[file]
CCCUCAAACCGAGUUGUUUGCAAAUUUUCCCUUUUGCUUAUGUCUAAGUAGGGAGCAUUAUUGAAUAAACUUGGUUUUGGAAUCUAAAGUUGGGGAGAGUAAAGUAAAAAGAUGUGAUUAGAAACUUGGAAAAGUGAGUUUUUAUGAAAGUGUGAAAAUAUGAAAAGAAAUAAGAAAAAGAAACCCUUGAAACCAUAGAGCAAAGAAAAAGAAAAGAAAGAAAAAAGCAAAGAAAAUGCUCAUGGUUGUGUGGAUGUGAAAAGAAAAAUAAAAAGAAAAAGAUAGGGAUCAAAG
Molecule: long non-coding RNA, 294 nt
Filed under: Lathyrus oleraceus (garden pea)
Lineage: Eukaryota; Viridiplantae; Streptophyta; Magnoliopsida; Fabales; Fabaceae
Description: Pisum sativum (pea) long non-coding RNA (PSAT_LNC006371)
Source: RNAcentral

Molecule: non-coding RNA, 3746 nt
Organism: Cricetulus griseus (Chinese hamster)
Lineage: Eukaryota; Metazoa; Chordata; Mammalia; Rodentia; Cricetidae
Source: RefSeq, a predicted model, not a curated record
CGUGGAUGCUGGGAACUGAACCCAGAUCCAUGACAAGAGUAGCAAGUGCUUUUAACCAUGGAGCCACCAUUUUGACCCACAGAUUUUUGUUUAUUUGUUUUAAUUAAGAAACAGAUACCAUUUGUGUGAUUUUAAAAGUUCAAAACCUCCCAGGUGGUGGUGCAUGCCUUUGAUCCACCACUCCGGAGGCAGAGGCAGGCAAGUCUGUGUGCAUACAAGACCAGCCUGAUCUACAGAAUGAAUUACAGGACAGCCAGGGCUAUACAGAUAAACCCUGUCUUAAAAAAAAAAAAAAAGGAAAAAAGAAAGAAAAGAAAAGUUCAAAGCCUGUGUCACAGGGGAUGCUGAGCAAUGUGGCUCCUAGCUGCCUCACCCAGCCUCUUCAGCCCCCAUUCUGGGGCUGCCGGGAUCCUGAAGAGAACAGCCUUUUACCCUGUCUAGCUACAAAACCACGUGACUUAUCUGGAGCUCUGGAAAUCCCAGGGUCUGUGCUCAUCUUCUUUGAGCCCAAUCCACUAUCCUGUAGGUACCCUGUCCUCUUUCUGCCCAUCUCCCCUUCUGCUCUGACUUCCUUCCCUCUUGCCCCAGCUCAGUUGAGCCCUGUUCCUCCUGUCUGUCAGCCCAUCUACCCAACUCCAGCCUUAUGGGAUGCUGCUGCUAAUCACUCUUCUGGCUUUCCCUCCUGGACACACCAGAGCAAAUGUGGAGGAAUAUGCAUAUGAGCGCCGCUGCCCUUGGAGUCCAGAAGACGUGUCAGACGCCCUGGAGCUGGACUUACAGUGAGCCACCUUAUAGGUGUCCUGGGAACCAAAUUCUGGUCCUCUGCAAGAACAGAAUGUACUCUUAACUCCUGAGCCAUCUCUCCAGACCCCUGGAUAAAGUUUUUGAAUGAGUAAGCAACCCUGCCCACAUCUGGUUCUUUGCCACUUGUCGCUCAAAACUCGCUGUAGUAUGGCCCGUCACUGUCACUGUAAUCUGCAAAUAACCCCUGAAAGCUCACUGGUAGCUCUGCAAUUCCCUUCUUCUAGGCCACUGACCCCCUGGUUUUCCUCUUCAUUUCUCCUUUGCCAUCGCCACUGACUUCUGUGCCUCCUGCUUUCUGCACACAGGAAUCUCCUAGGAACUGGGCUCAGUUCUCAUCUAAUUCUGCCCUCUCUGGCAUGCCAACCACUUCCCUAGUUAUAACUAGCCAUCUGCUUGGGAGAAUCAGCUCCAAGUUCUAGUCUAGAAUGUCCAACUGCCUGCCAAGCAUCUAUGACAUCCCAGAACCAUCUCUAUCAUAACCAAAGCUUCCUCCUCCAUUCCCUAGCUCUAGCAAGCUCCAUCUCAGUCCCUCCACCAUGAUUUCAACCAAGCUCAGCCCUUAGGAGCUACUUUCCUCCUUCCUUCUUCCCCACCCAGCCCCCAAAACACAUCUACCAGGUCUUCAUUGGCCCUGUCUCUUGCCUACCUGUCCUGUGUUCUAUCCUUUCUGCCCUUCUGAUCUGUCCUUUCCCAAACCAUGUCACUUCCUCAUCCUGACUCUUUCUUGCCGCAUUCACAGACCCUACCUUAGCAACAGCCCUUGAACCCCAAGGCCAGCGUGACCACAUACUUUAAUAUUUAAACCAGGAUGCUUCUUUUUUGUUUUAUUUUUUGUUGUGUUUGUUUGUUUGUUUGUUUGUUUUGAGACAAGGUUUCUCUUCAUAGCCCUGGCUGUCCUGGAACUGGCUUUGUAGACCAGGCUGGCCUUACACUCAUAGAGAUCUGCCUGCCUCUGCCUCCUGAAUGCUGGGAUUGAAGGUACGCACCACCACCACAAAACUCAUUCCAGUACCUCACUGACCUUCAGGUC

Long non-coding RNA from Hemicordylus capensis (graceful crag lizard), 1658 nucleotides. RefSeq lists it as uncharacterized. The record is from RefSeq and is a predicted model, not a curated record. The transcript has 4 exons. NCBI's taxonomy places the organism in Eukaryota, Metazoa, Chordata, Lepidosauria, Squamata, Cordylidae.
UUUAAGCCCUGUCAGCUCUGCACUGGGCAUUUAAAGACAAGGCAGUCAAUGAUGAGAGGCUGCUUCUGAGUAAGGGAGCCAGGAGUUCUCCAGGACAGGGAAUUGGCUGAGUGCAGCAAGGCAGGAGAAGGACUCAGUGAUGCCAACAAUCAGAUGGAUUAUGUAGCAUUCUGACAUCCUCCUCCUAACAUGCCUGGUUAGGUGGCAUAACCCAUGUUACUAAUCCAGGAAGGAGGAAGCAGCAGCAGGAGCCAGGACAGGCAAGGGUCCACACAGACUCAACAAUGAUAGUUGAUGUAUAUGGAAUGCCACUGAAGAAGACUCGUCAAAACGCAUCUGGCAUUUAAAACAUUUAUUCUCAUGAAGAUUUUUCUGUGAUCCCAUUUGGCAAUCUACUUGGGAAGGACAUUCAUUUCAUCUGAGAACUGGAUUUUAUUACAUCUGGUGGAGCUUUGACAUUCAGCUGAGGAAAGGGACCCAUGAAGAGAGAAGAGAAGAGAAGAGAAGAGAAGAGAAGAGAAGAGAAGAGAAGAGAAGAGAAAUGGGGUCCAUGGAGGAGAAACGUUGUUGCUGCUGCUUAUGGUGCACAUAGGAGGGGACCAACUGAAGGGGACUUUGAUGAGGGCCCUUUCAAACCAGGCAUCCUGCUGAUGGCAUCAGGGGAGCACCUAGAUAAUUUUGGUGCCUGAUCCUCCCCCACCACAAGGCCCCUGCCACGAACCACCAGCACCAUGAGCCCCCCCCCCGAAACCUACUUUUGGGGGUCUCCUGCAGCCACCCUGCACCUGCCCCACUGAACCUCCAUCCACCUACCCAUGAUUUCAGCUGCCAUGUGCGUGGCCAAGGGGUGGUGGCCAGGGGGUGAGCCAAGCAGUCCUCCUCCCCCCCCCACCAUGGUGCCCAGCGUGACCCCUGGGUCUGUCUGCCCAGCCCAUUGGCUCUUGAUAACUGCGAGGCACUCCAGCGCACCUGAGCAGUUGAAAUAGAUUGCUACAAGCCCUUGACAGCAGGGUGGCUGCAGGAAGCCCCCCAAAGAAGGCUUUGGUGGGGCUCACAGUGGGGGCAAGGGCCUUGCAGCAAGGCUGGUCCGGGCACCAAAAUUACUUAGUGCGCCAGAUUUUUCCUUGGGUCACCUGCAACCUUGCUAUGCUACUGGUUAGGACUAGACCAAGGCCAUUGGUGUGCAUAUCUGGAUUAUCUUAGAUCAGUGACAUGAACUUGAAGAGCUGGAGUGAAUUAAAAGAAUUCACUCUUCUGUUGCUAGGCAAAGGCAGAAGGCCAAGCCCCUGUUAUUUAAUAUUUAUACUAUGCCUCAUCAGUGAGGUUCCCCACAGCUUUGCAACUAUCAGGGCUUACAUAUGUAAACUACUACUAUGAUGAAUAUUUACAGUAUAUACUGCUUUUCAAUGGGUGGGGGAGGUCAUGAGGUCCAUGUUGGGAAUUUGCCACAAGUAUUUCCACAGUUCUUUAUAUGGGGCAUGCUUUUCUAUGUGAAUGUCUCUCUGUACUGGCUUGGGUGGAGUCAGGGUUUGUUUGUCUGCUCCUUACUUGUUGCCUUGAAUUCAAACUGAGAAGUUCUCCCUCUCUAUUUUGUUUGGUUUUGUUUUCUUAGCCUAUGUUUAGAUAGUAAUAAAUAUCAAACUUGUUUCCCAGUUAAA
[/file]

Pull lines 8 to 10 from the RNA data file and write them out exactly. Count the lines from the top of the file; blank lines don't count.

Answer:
Organism: Cricetulus griseus (Chinese hamster)
Lineage: Eukaryota; Metazoa; Chordata; Mammalia; Rodentia; Cricetidae
Source: RefSeq, a predicted model, not a curated record